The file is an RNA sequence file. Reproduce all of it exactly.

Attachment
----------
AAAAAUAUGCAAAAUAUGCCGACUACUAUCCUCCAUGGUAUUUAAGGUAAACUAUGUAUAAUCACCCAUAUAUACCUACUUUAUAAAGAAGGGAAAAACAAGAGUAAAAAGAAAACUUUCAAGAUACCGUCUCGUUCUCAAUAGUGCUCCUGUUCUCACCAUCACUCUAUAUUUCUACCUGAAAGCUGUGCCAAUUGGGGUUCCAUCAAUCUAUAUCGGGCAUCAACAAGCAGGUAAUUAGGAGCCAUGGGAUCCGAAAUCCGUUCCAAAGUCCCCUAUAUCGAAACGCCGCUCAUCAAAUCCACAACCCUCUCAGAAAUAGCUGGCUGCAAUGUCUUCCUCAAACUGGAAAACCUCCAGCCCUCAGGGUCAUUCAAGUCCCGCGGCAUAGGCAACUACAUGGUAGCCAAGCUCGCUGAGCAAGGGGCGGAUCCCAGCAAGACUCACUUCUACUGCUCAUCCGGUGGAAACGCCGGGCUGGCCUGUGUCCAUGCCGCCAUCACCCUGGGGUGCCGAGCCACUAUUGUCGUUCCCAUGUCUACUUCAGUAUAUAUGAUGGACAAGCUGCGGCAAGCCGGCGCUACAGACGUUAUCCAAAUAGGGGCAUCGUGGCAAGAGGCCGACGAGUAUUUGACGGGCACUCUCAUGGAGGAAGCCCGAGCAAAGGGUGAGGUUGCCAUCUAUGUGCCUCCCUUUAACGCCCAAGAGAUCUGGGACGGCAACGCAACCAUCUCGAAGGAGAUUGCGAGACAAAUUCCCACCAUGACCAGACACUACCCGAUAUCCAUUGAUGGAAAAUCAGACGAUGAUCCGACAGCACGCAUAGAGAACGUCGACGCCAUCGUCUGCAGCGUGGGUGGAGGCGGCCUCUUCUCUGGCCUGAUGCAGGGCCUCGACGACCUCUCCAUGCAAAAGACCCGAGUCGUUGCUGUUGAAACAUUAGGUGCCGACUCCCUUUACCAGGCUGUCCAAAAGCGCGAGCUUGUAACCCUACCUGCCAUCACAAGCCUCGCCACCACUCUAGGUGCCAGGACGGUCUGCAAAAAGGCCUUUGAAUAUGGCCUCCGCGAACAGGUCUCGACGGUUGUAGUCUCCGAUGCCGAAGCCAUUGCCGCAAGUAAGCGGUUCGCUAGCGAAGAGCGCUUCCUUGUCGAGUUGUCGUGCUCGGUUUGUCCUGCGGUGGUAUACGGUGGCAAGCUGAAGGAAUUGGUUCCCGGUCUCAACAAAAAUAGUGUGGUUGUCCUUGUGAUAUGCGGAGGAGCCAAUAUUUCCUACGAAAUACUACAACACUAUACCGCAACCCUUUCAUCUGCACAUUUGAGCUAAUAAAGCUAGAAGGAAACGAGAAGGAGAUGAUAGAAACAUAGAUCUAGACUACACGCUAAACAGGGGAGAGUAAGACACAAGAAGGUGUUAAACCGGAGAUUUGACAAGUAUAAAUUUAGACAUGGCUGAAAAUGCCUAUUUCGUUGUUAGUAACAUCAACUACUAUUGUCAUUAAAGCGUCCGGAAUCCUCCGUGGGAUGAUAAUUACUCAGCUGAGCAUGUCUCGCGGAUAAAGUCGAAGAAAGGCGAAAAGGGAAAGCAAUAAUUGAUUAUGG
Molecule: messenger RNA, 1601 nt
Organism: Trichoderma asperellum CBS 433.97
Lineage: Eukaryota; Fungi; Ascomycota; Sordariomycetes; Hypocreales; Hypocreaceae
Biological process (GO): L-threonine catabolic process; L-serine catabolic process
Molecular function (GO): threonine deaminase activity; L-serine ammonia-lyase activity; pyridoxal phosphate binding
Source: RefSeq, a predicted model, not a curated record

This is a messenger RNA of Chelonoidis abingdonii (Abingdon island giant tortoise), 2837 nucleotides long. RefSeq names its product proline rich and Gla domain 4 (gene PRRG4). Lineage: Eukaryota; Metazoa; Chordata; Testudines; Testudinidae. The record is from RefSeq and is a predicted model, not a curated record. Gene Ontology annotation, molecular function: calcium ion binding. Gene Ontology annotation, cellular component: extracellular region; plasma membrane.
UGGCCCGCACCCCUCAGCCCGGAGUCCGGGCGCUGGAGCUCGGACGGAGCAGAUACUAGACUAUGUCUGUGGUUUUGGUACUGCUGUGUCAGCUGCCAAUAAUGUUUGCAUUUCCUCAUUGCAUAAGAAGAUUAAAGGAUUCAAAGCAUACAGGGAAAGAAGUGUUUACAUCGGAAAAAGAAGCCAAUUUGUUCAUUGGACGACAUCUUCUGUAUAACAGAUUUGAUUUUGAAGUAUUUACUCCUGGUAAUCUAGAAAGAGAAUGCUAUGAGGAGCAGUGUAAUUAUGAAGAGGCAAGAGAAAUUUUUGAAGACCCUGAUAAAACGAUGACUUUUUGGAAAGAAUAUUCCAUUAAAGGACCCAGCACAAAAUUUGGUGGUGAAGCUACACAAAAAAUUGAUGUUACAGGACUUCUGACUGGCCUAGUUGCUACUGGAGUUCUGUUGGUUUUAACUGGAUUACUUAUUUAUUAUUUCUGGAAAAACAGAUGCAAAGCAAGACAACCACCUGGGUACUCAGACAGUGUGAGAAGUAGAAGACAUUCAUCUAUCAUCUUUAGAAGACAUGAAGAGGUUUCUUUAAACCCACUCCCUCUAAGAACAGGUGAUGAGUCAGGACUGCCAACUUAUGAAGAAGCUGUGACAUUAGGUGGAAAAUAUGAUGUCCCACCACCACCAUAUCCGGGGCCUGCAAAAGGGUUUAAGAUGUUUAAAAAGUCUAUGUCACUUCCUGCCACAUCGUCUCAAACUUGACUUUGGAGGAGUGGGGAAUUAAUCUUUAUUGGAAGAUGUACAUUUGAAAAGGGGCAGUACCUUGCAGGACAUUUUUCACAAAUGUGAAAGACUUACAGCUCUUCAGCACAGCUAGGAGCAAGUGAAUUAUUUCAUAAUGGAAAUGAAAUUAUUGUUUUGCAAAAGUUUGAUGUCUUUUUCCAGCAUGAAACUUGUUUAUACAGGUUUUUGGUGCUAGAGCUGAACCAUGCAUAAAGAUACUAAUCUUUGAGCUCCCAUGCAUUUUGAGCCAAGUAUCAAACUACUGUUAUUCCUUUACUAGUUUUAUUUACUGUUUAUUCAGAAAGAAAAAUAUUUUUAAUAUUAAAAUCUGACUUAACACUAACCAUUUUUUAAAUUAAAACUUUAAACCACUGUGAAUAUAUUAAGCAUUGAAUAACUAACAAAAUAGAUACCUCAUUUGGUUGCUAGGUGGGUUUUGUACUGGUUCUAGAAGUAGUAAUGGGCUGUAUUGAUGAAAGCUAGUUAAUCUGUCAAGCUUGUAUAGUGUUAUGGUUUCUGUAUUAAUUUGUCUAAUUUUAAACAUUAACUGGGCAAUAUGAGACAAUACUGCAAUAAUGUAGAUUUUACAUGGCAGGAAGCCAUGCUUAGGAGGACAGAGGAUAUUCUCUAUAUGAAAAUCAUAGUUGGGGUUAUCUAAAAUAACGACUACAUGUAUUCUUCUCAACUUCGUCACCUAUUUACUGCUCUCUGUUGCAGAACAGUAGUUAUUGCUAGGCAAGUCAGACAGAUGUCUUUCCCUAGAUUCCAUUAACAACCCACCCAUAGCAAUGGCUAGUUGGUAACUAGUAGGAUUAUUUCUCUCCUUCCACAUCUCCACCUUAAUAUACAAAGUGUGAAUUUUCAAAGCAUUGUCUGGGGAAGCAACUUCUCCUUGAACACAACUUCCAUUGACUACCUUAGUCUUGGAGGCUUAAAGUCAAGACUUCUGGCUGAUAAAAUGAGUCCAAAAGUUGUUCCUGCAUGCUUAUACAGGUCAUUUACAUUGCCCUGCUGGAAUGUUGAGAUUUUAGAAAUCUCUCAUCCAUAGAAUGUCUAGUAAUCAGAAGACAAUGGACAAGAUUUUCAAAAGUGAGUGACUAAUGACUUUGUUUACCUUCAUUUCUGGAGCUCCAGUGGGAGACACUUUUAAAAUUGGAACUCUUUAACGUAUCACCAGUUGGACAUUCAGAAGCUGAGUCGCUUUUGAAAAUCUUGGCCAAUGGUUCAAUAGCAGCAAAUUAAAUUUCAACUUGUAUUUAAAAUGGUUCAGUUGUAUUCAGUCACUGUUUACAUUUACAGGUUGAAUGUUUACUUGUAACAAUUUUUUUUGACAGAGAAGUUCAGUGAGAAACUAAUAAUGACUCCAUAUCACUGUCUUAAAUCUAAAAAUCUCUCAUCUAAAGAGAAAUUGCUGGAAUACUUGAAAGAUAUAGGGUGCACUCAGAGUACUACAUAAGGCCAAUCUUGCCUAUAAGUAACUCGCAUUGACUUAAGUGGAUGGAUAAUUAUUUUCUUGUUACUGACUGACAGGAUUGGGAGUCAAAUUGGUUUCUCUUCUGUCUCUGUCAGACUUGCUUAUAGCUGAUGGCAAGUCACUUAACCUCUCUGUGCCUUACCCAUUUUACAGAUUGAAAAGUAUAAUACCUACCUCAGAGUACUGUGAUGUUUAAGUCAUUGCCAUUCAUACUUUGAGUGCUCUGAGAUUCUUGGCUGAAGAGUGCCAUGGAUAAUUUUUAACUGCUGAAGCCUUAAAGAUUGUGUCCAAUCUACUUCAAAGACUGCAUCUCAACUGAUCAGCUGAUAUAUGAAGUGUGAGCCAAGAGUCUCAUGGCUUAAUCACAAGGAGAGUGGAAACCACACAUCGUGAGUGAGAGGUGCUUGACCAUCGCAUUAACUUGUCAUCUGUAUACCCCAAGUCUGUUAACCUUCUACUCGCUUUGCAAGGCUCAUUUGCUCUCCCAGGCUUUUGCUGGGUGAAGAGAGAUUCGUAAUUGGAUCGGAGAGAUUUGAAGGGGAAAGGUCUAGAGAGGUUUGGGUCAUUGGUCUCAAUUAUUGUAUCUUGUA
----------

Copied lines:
AAAAAUAUGCAAAAUAUGCCGACUACUAUCCUCCAUGGUAUUUAAGGUAAACUAUGUAUAAUCACCCAUAUAUACCUACUUUAUAAAGAAGGGAAAAACAAGAGUAAAAAGAAAACUUUCAAGAUACCGUCUCGUUCUCAAUAGUGCUCCUGUUCUCACCAUCACUCUAUAUUUCUACCUGAAAGCUGUGCCAAUUGGGGUUCCAUCAAUCUAUAUCGGGCAUCAACAAGCAGGUAAUUAGGAGCCAUGGGAUCCGAAAUCCGUUCCAAAGUCCCCUAUAUCGAAACGCCGCUCAUCAAAUCCACAACCCUCUCAGAAAUAGCUGGCUGCAAUGUCUUCCUCAAACUGGAAAACCUCCAGCCCUCAGGGUCAUUCAAGUCCCGCGGCAUAGGCAACUACAUGGUAGCCAAGCUCGCUGAGCAAGGGGCGGAUCCCAGCAAGACUCACUUCUACUGCUCAUCCGGUGGAAACGCCGGGCUGGCCUGUGUCCAUGCCGCCAUCACCCUGGGGUGCCGAGCCACUAUUGUCGUUCCCAUGUCUACUUCAGUAUAUAUGAUGGACAAGCUGCGGCAAGCCGGCGCUACAGACGUUAUCCAAAUAGGGGCAUCGUGGCAAGAGGCCGACGAGUAUUUGACGGGCACUCUCAUGGAGGAAGCCCGAGCAAAGGGUGAGGUUGCCAUCUAUGUGCCUCCCUUUAACGCCCAAGAGAUCUGGGACGGCAACGCAACCAUCUCGAAGGAGAUUGCGAGACAAAUUCCCACCAUGACCAGACACUACCCGAUAUCCAUUGAUGGAAAAUCAGACGAUGAUCCGACAGCACGCAUAGAGAACGUCGACGCCAUCGUCUGCAGCGUGGGUGGAGGCGGCCUCUUCUCUGGCCUGAUGCAGGGCCUCGACGACCUCUCCAUGCAAAAGACCCGAGUCGUUGCUGUUGAAACAUUAGGUGCCGACUCCCUUUACCAGGCUGUCCAAAAGCGCGAGCUUGUAACCCUACCUGCCAUCACAAGCCUCGCCACCACUCUAGGUGCCAGGACGGUCUGCAAAAAGGCCUUUGAAUAUGGCCUCCGCGAACAGGUCUCGACGGUUGUAGUCUCCGAUGCCGAAGCCAUUGCCGCAAGUAAGCGGUUCGCUAGCGAAGAGCGCUUCCUUGUCGAGUUGUCGUGCUCGGUUUGUCCUGCGGUGGUAUACGGUGGCAAGCUGAAGGAAUUGGUUCCCGGUCUCAACAAAAAUAGUGUGGUUGUCCUUGUGAUAUGCGGAGGAGCCAAUAUUUCCUACGAAAUACUACAACACUAUACCGCAACCCUUUCAUCUGCACAUUUGAGCUAAUAAAGCUAGAAGGAAACGAGAAGGAGAUGAUAGAAACAUAGAUCUAGACUACACGCUAAACAGGGGAGAGUAAGACACAAGAAGGUGUUAAACCGGAGAUUUGACAAGUAUAAAUUUAGACAUGGCUGAAAAUGCCUAUUUCGUUGUUAGUAACAUCAACUACUAUUGUCAUUAAAGCGUCCGGAAUCCUCCGUGGGAUGAUAAUUACUCAGCUGAGCAUGUCUCGCGGAUAAAGUCGAAGAAAGGCGAAAAGGGAAAGCAAUAAUUGAUUAUGG
Molecule: messenger RNA, 1601 nt
Organism: Trichoderma asperellum CBS 433.97
Lineage: Eukaryota; Fungi; Ascomycota; Sordariomycetes; Hypocreales; Hypocreaceae
Biological process (GO): L-threonine catabolic process; L-serine catabolic process
Molecular function (GO): threonine deaminase activity; L-serine ammonia-lyase activity; pyridoxal phosphate binding
Source: RefSeq, a predicted model, not a curated record

This is a messenger RNA of Chelonoidis abingdonii (Abingdon island giant tortoise), 2837 nucleotides long. RefSeq names its product proline rich and Gla domain 4 (gene PRRG4). Lineage: Eukaryota; Metazoa; Chordata; Testudines; Testudinidae. The record is from RefSeq and is a predicted model, not a curated record. Gene Ontology annotation, molecular function: calcium ion binding. Gene Ontology annotation, cellular component: extracellular region; plasma membrane.
UGGCCCGCACCCCUCAGCCCGGAGUCCGGGCGCUGGAGCUCGGACGGAGCAGAUACUAGACUAUGUCUGUGGUUUUGGUACUGCUGUGUCAGCUGCCAAUAAUGUUUGCAUUUCCUCAUUGCAUAAGAAGAUUAAAGGAUUCAAAGCAUACAGGGAAAGAAGUGUUUACAUCGGAAAAAGAAGCCAAUUUGUUCAUUGGACGACAUCUUCUGUAUAACAGAUUUGAUUUUGAAGUAUUUACUCCUGGUAAUCUAGAAAGAGAAUGCUAUGAGGAGCAGUGUAAUUAUGAAGAGGCAAGAGAAAUUUUUGAAGACCCUGAUAAAACGAUGACUUUUUGGAAAGAAUAUUCCAUUAAAGGACCCAGCACAAAAUUUGGUGGUGAAGCUACACAAAAAAUUGAUGUUACAGGACUUCUGACUGGCCUAGUUGCUACUGGAGUUCUGUUGGUUUUAACUGGAUUACUUAUUUAUUAUUUCUGGAAAAACAGAUGCAAAGCAAGACAACCACCUGGGUACUCAGACAGUGUGAGAAGUAGAAGACAUUCAUCUAUCAUCUUUAGAAGACAUGAAGAGGUUUCUUUAAACCCACUCCCUCUAAGAACAGGUGAUGAGUCAGGACUGCCAACUUAUGAAGAAGCUGUGACAUUAGGUGGAAAAUAUGAUGUCCCACCACCACCAUAUCCGGGGCCUGCAAAAGGGUUUAAGAUGUUUAAAAAGUCUAUGUCACUUCCUGCCACAUCGUCUCAAACUUGACUUUGGAGGAGUGGGGAAUUAAUCUUUAUUGGAAGAUGUACAUUUGAAAAGGGGCAGUACCUUGCAGGACAUUUUUCACAAAUGUGAAAGACUUACAGCUCUUCAGCACAGCUAGGAGCAAGUGAAUUAUUUCAUAAUGGAAAUGAAAUUAUUGUUUUGCAAAAGUUUGAUGUCUUUUUCCAGCAUGAAACUUGUUUAUACAGGUUUUUGGUGCUAGAGCUGAACCAUGCAUAAAGAUACUAAUCUUUGAGCUCCCAUGCAUUUUGAGCCAAGUAUCAAACUACUGUUAUUCCUUUACUAGUUUUAUUUACUGUUUAUUCAGAAAGAAAAAUAUUUUUAAUAUUAAAAUCUGACUUAACACUAACCAUUUUUUAAAUUAAAACUUUAAACCACUGUGAAUAUAUUAAGCAUUGAAUAACUAACAAAAUAGAUACCUCAUUUGGUUGCUAGGUGGGUUUUGUACUGGUUCUAGAAGUAGUAAUGGGCUGUAUUGAUGAAAGCUAGUUAAUCUGUCAAGCUUGUAUAGUGUUAUGGUUUCUGUAUUAAUUUGUCUAAUUUUAAACAUUAACUGGGCAAUAUGAGACAAUACUGCAAUAAUGUAGAUUUUACAUGGCAGGAAGCCAUGCUUAGGAGGACAGAGGAUAUUCUCUAUAUGAAAAUCAUAGUUGGGGUUAUCUAAAAUAACGACUACAUGUAUUCUUCUCAACUUCGUCACCUAUUUACUGCUCUCUGUUGCAGAACAGUAGUUAUUGCUAGGCAAGUCAGACAGAUGUCUUUCCCUAGAUUCCAUUAACAACCCACCCAUAGCAAUGGCUAGUUGGUAACUAGUAGGAUUAUUUCUCUCCUUCCACAUCUCCACCUUAAUAUACAAAGUGUGAAUUUUCAAAGCAUUGUCUGGGGAAGCAACUUCUCCUUGAACACAACUUCCAUUGACUACCUUAGUCUUGGAGGCUUAAAGUCAAGACUUCUGGCUGAUAAAAUGAGUCCAAAAGUUGUUCCUGCAUGCUUAUACAGGUCAUUUACAUUGCCCUGCUGGAAUGUUGAGAUUUUAGAAAUCUCUCAUCCAUAGAAUGUCUAGUAAUCAGAAGACAAUGGACAAGAUUUUCAAAAGUGAGUGACUAAUGACUUUGUUUACCUUCAUUUCUGGAGCUCCAGUGGGAGACACUUUUAAAAUUGGAACUCUUUAACGUAUCACCAGUUGGACAUUCAGAAGCUGAGUCGCUUUUGAAAAUCUUGGCCAAUGGUUCAAUAGCAGCAAAUUAAAUUUCAACUUGUAUUUAAAAUGGUUCAGUUGUAUUCAGUCACUGUUUACAUUUACAGGUUGAAUGUUUACUUGUAACAAUUUUUUUUGACAGAGAAGUUCAGUGAGAAACUAAUAAUGACUCCAUAUCACUGUCUUAAAUCUAAAAAUCUCUCAUCUAAAGAGAAAUUGCUGGAAUACUUGAAAGAUAUAGGGUGCACUCAGAGUACUACAUAAGGCCAAUCUUGCCUAUAAGUAACUCGCAUUGACUUAAGUGGAUGGAUAAUUAUUUUCUUGUUACUGACUGACAGGAUUGGGAGUCAAAUUGGUUUCUCUUCUGUCUCUGUCAGACUUGCUUAUAGCUGAUGGCAAGUCACUUAACCUCUCUGUGCCUUACCCAUUUUACAGAUUGAAAAGUAUAAUACCUACCUCAGAGUACUGUGAUGUUUAAGUCAUUGCCAUUCAUACUUUGAGUGCUCUGAGAUUCUUGGCUGAAGAGUGCCAUGGAUAAUUUUUAACUGCUGAAGCCUUAAAGAUUGUGUCCAAUCUACUUCAAAGACUGCAUCUCAACUGAUCAGCUGAUAUAUGAAGUGUGAGCCAAGAGUCUCAUGGCUUAAUCACAAGGAGAGUGGAAACCACACAUCGUGAGUGAGAGGUGCUUGACCAUCGCAUUAACUUGUCAUCUGUAUACCCCAAGUCUGUUAACCUUCUACUCGCUUUGCAAGGCUCAUUUGCUCUCCCAGGCUUUUGCUGGGUGAAGAGAGAUUCGUAAUUGGAUCGGAGAGAUUUGAAGGGGAAAGGUCUAGAGAGGUUUGGGUCAUUGGUCUCAAUUAUUGUAUCUUGUA